The June 9 New York Times has an op-ed piece called “Who’s Minding the Schools?” by political scientists Andrew Hacker and Claudia Dreifus. It is put forth as a critique of the Common Core Standards, but in my view it uses the Common Core, rather clumsily, as a vehicle to express concerns (which I share) about ways in which K-12 education in the U.S. reflects and indeed reinforces social inequities.
Nowhere in the article do the authors actually identify the Common Core State Standards for what they are: a set of learning expectations in Mathematics, and another set in English/Language Arts (Science standards are in development). They begin instead this way:
IN April, some 1.2 million New York students took their first Common Core State Standards tests, which are supposed to assess their knowledge and thinking on topics such as “The Adventures of Tom Sawyer” and a single matrix equation in a vector variable.
Nothing like scary math words to make your readers nice and anxious. There’s no mention of the fact that New York has chosen to give its own assessments (a word the authors put in quotes, for reasons I can only guess) rather than waiting for the development of Smarter Balanced or PARCC tests. Later in the article, they mention Kentucky, which did the same, and note that “its students’ scores fell across the board by roughly a third in reading and math.” But they fail to include this quote from their source article:
When new tests are introduced, states can expect scores to fall in most cases, said Douglas McRae, a retired assessment designer who helped build California’s testing system. “When you change the measure, change the tests, then you interrupt the continuity of trend data over time. That’s the fundamental thing that happens,” he said.
Nor did they include this fact about the Kentucky experience:
K-PREP does not represent the final, polished version of common-core assessments.
Fans of extensive high-stakes testing (I am not one) sometimes fail to recognize how complicated and imperfect the process of test development is. Apparently so do Hacker and Dreifus. It also takes time; developers have to collect data and then use it to make improvements. Certainly state education officials could do a better job of explaining the process to teachers and parents, but Hacker and Dreifus missed an opportunity by not doing so in their article. As I’ve written before, now that we have better learning standards, and seem to be stuck with high-stakes testing, we should expect tests that do a reasonably good job of measuring learning according to those standards. But don’t blame the standards for the existence of the tests or the importance attached to their results.
The authors refer to the Common Core as a “radical curriculum,” but it is neither. It doesn’t tell teachers how to meet the standards; if Diane Ravitch actually said that the CC will lead to “standardized scripts,” as they suggest, then she was wrong. From the Introduction to the CC Mathematics Standards:
These Standards do not dictate curriculum or teaching methods. For example, just because topic A appears before Topic B in the standards for a given grade, it does not necessarily mean that topic A must be taught before Topic B. A teacher might prefer to teach topic B before topic A, or might choose to highlight connections by teaching topic A and topic B at the same time. Or, a teacher might prefer to teach a topic of his or her own choosing that leads, as a byproduct, to students reaching the standards for topics A and B.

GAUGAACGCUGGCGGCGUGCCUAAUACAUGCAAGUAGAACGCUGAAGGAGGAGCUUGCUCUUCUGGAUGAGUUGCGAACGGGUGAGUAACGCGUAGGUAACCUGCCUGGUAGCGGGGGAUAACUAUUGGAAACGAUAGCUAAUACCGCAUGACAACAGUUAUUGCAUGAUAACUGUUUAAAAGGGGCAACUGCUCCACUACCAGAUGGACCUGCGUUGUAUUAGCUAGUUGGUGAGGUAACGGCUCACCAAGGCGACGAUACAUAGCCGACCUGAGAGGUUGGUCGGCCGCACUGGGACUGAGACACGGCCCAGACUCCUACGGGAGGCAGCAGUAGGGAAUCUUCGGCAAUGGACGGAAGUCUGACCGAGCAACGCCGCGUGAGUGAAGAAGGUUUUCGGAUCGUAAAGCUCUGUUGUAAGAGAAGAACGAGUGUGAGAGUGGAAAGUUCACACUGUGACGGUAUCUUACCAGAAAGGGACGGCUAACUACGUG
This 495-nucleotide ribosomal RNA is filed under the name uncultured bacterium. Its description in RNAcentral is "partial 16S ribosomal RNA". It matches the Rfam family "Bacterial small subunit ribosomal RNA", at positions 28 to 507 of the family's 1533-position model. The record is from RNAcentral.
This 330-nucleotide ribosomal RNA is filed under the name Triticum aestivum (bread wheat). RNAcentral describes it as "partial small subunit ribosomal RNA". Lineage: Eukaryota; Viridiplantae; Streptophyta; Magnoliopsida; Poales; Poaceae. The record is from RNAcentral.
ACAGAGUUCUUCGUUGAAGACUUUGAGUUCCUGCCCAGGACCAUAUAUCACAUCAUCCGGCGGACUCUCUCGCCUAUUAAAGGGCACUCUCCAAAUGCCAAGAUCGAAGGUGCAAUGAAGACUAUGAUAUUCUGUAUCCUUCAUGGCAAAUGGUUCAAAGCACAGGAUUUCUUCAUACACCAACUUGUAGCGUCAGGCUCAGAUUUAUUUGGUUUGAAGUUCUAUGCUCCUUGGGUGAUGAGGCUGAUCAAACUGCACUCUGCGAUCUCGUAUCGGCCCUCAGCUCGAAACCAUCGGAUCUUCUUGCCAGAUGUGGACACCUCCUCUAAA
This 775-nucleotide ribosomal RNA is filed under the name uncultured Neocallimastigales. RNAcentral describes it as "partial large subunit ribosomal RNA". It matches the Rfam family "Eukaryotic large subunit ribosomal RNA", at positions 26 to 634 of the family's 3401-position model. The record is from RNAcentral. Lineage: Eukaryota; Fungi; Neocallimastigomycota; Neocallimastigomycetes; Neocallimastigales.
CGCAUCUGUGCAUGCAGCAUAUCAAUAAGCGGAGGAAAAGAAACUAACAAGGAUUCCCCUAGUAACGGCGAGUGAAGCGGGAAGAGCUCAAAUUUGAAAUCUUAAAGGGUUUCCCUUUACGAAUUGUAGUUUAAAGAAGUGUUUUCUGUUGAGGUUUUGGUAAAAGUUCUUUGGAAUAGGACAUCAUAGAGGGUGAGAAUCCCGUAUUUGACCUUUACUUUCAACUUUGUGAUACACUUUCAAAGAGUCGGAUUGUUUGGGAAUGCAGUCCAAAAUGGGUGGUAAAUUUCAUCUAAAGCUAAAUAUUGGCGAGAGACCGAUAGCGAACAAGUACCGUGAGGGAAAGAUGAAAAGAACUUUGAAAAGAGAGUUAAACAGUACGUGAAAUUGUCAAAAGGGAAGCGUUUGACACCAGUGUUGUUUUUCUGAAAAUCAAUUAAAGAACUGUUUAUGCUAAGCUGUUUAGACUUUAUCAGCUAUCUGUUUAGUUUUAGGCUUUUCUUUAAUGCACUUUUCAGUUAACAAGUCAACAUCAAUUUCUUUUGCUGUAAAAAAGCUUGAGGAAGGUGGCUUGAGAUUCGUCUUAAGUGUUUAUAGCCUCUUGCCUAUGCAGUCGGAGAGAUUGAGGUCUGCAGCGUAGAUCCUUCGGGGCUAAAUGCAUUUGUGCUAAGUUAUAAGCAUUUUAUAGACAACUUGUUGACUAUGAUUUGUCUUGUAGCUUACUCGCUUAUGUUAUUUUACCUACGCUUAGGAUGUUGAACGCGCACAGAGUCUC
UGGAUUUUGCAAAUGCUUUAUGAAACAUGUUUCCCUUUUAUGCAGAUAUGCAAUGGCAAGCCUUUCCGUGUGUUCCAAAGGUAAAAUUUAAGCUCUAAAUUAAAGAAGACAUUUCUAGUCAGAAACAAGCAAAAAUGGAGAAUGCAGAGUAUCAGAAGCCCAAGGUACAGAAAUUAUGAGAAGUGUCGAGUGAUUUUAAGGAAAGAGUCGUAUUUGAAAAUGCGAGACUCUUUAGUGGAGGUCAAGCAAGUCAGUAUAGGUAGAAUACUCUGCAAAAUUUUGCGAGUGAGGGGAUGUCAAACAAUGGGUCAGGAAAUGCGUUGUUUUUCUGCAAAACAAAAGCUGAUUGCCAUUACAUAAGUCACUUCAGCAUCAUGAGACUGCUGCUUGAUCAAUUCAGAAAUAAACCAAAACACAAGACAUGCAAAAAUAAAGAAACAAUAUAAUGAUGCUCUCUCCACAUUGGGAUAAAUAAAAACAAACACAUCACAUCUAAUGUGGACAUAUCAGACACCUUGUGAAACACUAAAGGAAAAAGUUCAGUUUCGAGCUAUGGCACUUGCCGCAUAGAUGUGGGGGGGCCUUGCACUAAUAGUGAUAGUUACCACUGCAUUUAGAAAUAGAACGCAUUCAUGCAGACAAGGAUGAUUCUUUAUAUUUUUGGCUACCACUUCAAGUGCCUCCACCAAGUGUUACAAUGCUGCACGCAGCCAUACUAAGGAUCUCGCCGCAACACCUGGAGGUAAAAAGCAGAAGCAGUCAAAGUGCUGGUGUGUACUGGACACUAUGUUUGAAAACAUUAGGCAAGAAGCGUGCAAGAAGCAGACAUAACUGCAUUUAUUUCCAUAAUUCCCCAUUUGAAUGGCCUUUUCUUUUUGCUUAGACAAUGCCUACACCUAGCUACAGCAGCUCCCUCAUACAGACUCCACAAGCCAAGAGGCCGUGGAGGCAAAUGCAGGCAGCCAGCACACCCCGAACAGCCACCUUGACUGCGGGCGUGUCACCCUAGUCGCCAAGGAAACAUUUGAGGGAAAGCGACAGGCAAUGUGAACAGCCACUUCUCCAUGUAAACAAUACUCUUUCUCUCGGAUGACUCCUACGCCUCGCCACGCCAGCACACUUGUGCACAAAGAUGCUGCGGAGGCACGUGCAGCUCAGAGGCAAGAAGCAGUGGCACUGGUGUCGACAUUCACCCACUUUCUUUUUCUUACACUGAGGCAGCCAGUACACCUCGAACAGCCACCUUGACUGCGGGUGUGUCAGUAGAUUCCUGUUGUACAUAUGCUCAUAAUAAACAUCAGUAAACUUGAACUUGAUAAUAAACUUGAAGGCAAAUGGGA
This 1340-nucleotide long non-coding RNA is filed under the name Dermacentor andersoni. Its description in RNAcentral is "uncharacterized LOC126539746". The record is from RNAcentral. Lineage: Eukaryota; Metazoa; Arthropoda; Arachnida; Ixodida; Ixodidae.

As for “radical,” we’ve had standards in mathematics, from the National Council of Teachers of Mathematics, for more than twenty years, and the CCSSM can be seen as a logical next step. The latter were designed on the principles of “focus, coherence, and rigor” — isn’t that what we’d want our own kids to get out of their math education? So why not everyone’s kids?
The authors say that the Common Core was “introduced with hardly any public discussion.” Here’s a sample of four press releases from the National Governor’s Association (others can be found here) that suggest otherwise: “Common Core State Standards Development Work Group and Feedback Group Announced” (July 2009), “Common Core State Standards Available for Comment” (Sept. 2009), “Common Core State Standards Initiative Validation Committee Announced” (Sept. 2009), “Draft K-12 Common Core State Standards Available for Comment” (March 2010). The article also refers to the Common Core as an “invisible empire” because the website lists no addresses or phone numbers. Perhaps they missed the Resources page, with its links (for example) to the CCSSO and the NGA, along with the “Myths vs. Facts” link.
“(T)he Common Core takes as its model schools from which most students go on to selective colleges.” Where is the evidence for this statement? The Standards were developed with the goals of “college and career readiness.” (I would prefer the inclusion of a third goal — readiness for informed participation in a democratic society — but as the above paragraph shows, I had my chance to chime in and I didn’t.) Not readiness for selective colleges; just readiness for college. As it stands now (see the link to Uri Treisman’s talk in my earlier post, “Addressing Equity” ), a large proportion of students in state and community colleges are placed in remedial math courses, often a dead end. Do Hacker and Dreifus think this is acceptable, or just inevitable?
The latter, apparently:
More affluent students, as always, will have parental support. Private tutoring, already a growth industry, will become more important if passing scores on the Common Core are required for graduation. Despite worthy aims, the new standards may well deepen the nation’s social divide.